From atop the low plateau where once stood the Fairview Male and Female College and the bustling town of Binnsville, in Kemper County, the view is still fair, but an era has vanished. The college is no more, and Binnsville consists of one building, a church.
In the late 1870's George Binn founded the town of Binnsville. A post office was established in Binn's store and the town was named. During the next few years there was a rapid growth. Several stores were built; Fairview College was established in 1887; and two church's were built. It was a thriving and properous community, and boasted over 500 inhabitants in the late 19th century. There were as many as sixteen stores, two drug stores, three churches, Fairview College, a cotton gin and a grist mill.
The latter part of the nineteenth century saw Binnsville gain considerable prominence as the center of a rich farming district and as a Noxubee River port. Packets plying the river as far north as Macon carried the farmers' cotton downriver to the Tombigbee and on to Mobile. On the upriver voyage the boats brought merchandise for the 20-odd business houses of Binnsville.
Fairview Male and Female college was born of a necessity nurtured by the prosperity of Binnsville and vicinity and the poor transportation facilities of the day. The institution opened its doors on September 1,1887 with the Rev. Waldo Moore, A.M., as its first president. A line in the school's first catalog reads, "Co-education is becoming a popular theory." In compliance with this theory, dormitory facilities were furnished for both sexes.
Fairview's graduating class consisted of three young ladies: Miss Fannie Moore of DeKalb, Miss Lily Moore of Binnsville, and Miss Minnie LeGette of DeKalb.
It seems that a majority of the early male graduates turned to either the medical profession or to the ministry. A partial list of alumni who became doctors includes E.L. Gilbert, C.T. Bell, John Flake, John Adams, W.R. McKinley, Warren Rencher, Albert Bryan, and Claude Gilbert.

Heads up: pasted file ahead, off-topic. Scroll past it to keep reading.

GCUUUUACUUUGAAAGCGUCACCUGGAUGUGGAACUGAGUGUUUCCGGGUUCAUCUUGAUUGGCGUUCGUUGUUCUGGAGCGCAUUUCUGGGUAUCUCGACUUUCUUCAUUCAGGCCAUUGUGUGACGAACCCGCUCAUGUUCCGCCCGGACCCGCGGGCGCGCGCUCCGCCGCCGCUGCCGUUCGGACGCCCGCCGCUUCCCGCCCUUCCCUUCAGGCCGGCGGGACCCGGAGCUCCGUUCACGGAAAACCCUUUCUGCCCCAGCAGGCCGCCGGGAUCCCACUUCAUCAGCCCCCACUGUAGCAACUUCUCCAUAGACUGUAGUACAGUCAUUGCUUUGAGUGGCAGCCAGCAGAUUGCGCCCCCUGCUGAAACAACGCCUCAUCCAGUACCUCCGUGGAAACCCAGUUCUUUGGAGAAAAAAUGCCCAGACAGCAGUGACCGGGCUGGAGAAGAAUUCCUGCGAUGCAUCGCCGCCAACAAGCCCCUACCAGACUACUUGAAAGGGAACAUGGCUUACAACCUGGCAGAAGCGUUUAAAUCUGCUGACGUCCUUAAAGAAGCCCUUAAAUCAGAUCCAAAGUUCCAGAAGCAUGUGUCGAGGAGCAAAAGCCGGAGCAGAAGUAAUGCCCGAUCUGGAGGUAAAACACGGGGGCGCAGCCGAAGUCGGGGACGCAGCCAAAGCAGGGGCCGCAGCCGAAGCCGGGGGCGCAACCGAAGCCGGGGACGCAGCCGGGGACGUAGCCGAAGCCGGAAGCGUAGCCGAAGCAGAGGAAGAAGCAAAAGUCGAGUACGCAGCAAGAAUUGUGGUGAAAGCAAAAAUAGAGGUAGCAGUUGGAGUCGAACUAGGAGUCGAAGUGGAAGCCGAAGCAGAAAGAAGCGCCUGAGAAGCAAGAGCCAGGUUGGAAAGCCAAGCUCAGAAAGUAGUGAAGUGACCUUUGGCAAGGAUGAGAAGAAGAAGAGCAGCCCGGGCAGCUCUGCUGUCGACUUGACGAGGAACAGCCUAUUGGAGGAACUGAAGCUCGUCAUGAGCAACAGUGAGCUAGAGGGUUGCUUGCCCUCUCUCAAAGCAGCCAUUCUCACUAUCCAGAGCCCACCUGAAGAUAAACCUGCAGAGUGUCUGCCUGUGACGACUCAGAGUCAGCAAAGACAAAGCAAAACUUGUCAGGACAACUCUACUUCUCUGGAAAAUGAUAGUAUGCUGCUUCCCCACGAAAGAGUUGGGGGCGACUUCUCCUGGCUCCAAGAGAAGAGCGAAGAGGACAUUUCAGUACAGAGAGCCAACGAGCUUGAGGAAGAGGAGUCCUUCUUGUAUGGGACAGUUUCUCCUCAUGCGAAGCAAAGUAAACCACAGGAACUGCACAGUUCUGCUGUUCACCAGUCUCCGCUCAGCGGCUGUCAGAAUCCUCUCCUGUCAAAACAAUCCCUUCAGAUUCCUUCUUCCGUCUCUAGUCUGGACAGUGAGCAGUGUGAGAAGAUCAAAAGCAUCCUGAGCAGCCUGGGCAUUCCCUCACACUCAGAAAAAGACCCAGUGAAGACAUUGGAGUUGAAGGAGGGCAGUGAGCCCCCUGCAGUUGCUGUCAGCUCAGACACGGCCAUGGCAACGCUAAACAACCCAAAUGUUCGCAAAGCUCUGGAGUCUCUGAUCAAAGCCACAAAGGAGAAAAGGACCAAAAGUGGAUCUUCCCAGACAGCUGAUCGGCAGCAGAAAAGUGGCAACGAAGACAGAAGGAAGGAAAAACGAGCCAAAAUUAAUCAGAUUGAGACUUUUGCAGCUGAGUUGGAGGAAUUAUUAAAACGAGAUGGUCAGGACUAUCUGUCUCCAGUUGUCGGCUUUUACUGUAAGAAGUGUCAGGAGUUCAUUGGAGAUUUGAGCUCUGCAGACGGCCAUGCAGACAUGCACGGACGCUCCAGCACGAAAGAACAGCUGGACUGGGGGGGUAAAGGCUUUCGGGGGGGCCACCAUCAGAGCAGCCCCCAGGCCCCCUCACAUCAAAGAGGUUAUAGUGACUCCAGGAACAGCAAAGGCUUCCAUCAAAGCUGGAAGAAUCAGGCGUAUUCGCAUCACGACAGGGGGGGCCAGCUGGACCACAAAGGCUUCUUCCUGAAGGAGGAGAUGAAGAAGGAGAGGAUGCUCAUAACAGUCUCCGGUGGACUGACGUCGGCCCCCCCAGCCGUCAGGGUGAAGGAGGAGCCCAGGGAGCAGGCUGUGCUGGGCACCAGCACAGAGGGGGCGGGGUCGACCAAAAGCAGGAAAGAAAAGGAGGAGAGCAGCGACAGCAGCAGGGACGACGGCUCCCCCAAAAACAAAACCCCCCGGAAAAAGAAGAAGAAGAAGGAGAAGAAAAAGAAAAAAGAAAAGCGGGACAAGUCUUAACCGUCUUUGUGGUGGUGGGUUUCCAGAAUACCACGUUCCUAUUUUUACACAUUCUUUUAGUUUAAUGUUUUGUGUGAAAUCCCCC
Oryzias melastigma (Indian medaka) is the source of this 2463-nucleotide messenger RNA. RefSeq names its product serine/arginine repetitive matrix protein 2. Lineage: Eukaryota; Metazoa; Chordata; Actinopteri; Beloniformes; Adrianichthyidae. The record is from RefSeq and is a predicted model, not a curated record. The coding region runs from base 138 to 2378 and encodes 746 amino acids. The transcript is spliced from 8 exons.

Ministers who got their training at Fairview were of many denominations: W.W. Holmes became a Methodist minister; Charlie Knight a Baptist; and Irvin Boydstun a Presbyterian.
Miss Pet Moore, who taught for many years in Meridian public schools, received her first teaching experience at the Binnsville school.
One of the school's graduates John H. Pinson, founded the town of Geiger, located a few miles east of Binnsville. Pinson, a planter-merchant, was active in Alabama politics for many years.
The edification of Fairview Male and Female College lies in the long list of illustrious and prominent alumni, and to say that the school served its purpose would be an understatement. However, the dynamic nature of the American society chipped away at its very cornerstones.
Dredging operations on the Noxubee became so expensive the state abandoned the project and the riverboats stopped coming to Binnsville. The town gradually moved six miles westward and became part of the Scooba community, located on the GM & O railroad.
As one of her former pupils aptly surmised, "After the town moved to Scooba, the school sort of petered out."
And an era vanished.
References: Kemper County: The pioneer days, by Louis Parmer and The Kemper County Messenger, issue of April 2,1964.
Submitted by Gene Allred
Girls' dormitory at Fairview College, Binnsville, Mississippi - From "Kemper County, Mississippi - A Pictorial History", placed here with permission by the Kemper County Historical Commission.
Students at Fairview College, Binnsville, Mississippi - From "Kemper County, Mississippi - A Pictorial History", placed here with permission by the Kemper County Historical Commission.
Jeff Kemp - State Coordinator
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